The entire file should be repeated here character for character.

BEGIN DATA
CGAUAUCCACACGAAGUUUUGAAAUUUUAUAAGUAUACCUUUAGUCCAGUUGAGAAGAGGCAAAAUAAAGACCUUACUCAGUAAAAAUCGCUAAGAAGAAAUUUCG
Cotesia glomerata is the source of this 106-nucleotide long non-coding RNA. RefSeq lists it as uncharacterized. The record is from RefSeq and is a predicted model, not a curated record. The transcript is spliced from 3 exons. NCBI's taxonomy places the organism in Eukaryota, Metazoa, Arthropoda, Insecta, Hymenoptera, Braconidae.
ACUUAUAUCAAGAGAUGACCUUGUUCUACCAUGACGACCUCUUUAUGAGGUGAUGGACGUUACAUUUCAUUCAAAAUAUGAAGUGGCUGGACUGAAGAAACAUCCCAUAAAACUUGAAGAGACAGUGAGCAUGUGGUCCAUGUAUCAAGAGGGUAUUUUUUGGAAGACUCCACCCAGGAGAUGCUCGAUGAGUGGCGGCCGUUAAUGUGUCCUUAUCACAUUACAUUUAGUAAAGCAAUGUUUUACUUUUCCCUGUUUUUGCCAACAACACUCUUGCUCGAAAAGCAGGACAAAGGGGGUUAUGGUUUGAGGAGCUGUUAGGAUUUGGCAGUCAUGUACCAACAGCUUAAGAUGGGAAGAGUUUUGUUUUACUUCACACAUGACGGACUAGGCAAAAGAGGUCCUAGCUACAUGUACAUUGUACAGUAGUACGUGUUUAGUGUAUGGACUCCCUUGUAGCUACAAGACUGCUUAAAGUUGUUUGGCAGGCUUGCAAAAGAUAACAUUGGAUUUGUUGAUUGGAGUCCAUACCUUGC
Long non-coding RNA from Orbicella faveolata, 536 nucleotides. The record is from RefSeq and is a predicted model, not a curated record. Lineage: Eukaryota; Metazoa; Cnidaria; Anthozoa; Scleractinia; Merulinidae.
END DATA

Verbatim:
CGAUAUCCACACGAAGUUUUGAAAUUUUAUAAGUAUACCUUUAGUCCAGUUGAGAAGAGGCAAAAUAAAGACCUUACUCAGUAAAAAUCGCUAAGAAGAAAUUUCG
Cotesia glomerata is the source of this 106-nucleotide long non-coding RNA. RefSeq lists it as uncharacterized. The record is from RefSeq and is a predicted model, not a curated record. The transcript is spliced from 3 exons. NCBI's taxonomy places the organism in Eukaryota, Metazoa, Arthropoda, Insecta, Hymenoptera, Braconidae.
ACUUAUAUCAAGAGAUGACCUUGUUCUACCAUGACGACCUCUUUAUGAGGUGAUGGACGUUACAUUUCAUUCAAAAUAUGAAGUGGCUGGACUGAAGAAACAUCCCAUAAAACUUGAAGAGACAGUGAGCAUGUGGUCCAUGUAUCAAGAGGGUAUUUUUUGGAAGACUCCACCCAGGAGAUGCUCGAUGAGUGGCGGCCGUUAAUGUGUCCUUAUCACAUUACAUUUAGUAAAGCAAUGUUUUACUUUUCCCUGUUUUUGCCAACAACACUCUUGCUCGAAAAGCAGGACAAAGGGGGUUAUGGUUUGAGGAGCUGUUAGGAUUUGGCAGUCAUGUACCAACAGCUUAAGAUGGGAAGAGUUUUGUUUUACUUCACACAUGACGGACUAGGCAAAAGAGGUCCUAGCUACAUGUACAUUGUACAGUAGUACGUGUUUAGUGUAUGGACUCCCUUGUAGCUACAAGACUGCUUAAAGUUGUUUGGCAGGCUUGCAAAAGAUAACAUUGGAUUUGUUGAUUGGAGUCCAUACCUUGC
Long non-coding RNA from Orbicella faveolata, 536 nucleotides. The record is from RefSeq and is a predicted model, not a curated record. Lineage: Eukaryota; Metazoa; Cnidaria; Anthozoa; Scleractinia; Merulinidae.